Post Thu Sep 18, 2014 9:19 am

1929 Lincoln Model L Brougham Town Car

1929 Lincoln Model L Brougham Town Car
Coachwork by LeBaron
Chassis no. 60051
Engine no. 60051

US$ 55,000 - 65,000
£34,000 - 40,000

AUCTION 21929:
PRESERVING THE AUTOMOBILE
An Auction at the Simeone Automotive Museum

6 Oct 2014 14:00 EDT

PHILADELPHIA, SIMEONE FOUNDATION AUTOMOTIVE MUSEUM

385ci L-Head V-8 Engine
Single Stromberg Updraft Carburetor
90bhp at 2,800rpm
3-Speed Manual Transmission
Four-Wheel Semi-Elliptic Leaf Springs with Live Rear Axle
4-Wheel Mechanical Drum Brakes

*Rare formal coachwork
*Beautifully preserved
*Over $30,000 in recent mechanical recommissioning
*A CCCA Full Classic®

The Lincoln Model L

Henry Martyn Leland had earned his reputation as Detroit's "Master of Precision" long before establishing Lincoln to build Liberty aircraft engines for The Great War. Leland launched Cadillac's reputation as "The Standard of the World", then left in a dispute with Billy Durant and started Lincoln, commencing automobile manufacture after the war.

Leland's first Lincoln was superbly engineered and built. Introduced in 1921, it was powered by a 358 cubic inch L-head 60° V-8 engine. Unlike more conventional V-engines which offset the cylinder banks slightly to make room for adjacent connecting rod bearings on the crank journals, Leland's Model L used fork-and-blade connecting rods and disposed the cylinders directly opposite each other. Unusually for the period, Leland's V-8 had full pressure lubrication. The Model L Lincolns were powerful, reliable and strong.

Leland, however, had an engineer's vision and the bodies which completed his automobiles were stodgy and out-of-date. When it became apparent that drastic measures were needed to brighten up the Leland Lincolns' appearance, they turned to the Buffalo, New York firm of Brunn & Company. Hermann A. Brunn rushed out a set of twelve body designs, delivering one of each to Lincoln. But it was too late as dismal sales, the post WWI recession and an erroneous $4½ million tax bill spelled the end of Lincoln. It was bought out of receivership in 1922 by none other than Henry Ford to balance the success of the bare bones Model T with the best-engineered and best-built luxury automobile in America.

Edsel Ford took charge at Lincoln after Leland's angry parting only four months later and quickly commissioned the best American coachbuilders to create designs for Lincoln. Locke, Judkins, Dietrich, Derham, LeBaron and others soon joined Brunn.

Ford's engineers improved modestly upon Leland's V-8, changing to aluminum pistons and revising the heads for better cooling but the quality and potential of the basic engine and chassis design proved itself by providing the underpinnings for Lincoln until it was superceded by the Model K V12 in 1933. In 1929 the Lincoln engineers adopted rubber engine mounts and increased the engine's oil pressure while Edsel Ford and his design team effected evolutionary changes to the exterior design with a new, higher, radiator and hood line. In addition to twenty-four cataloged custom bodies Lincoln offered twelve bodies of its own design, from closed sedans to the deluxe Sport Touring car, reputedly the favored design of some of Lincoln's best and most prosperous clients, bootleggers and hoodlums who appreciated the wide field of fire of its post-less sides and wide-open interior without the encumbrance of a dual cowl.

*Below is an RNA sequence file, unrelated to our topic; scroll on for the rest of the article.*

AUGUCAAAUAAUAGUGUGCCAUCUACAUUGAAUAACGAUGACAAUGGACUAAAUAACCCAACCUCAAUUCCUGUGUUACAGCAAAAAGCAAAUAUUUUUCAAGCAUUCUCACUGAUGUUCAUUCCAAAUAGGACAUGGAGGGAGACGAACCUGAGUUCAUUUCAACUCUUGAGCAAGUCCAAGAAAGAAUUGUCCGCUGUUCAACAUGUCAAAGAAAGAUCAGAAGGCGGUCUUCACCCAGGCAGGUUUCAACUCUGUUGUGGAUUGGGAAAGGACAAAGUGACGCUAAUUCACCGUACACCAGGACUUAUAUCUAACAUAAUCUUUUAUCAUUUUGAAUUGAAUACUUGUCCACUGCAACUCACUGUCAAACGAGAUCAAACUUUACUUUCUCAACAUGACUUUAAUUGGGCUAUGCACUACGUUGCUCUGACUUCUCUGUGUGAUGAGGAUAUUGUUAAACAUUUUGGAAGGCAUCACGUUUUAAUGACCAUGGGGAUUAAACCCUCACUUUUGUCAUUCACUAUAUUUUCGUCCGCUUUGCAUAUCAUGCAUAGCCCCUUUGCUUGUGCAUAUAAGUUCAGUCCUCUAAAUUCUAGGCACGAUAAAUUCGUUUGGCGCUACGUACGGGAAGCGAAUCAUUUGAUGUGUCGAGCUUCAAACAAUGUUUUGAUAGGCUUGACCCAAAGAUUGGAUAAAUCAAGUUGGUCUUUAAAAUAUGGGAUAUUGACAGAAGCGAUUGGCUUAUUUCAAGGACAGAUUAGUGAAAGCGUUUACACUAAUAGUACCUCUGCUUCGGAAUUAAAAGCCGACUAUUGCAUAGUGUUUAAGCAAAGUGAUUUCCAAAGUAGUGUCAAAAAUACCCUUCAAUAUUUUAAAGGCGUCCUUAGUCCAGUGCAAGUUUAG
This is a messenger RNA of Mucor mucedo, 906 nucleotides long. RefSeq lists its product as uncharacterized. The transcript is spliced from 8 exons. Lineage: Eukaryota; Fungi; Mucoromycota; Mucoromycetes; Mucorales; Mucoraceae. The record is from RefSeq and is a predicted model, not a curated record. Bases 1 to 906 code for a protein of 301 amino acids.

The Motorcar Offered

The 1929 Lincoln Model L Brougham Town Car offered here is a beautiful example of the type. Bodied by LeBaron, style 162A, it is equipped with a removable driver's roof section and padded rear faux cabriolet top. It seats six with the permanent front and rear seats each designed for two occupants and a pair of jump seats facing each other in the rear compartment.

Prior to the current vendor's purchase of the car in 2012, the car resided in a single collection going back to the early 1960s. Initially used on tours, the car had been repainted at some point early in the penultimate owner's tenure and still carries the now decades-old dark red over black color scheme which continues to present well today. Laid up for at least a decade prior to the present owner's acquisition, the car was subject to an over $30,000 mechanical restoration by Pollack Restoration in Pottstown, Pennsylvania shortly after purchase.

Close inspection of the car reveals it to be an honestly preserved and lovingly maintained machine, save for the older repaint and a re-skinned top. The seating surfaces appear to be original, with the cloth ensconced rear compartment showing particularly pleasant patina. Removing the seats in front reveal the original wood framing with the correct stampings for the body.

An excellent tour car applicable for CCCA events as a Full Classic®, this Model L will no doubt bring enjoyment to its next owner.

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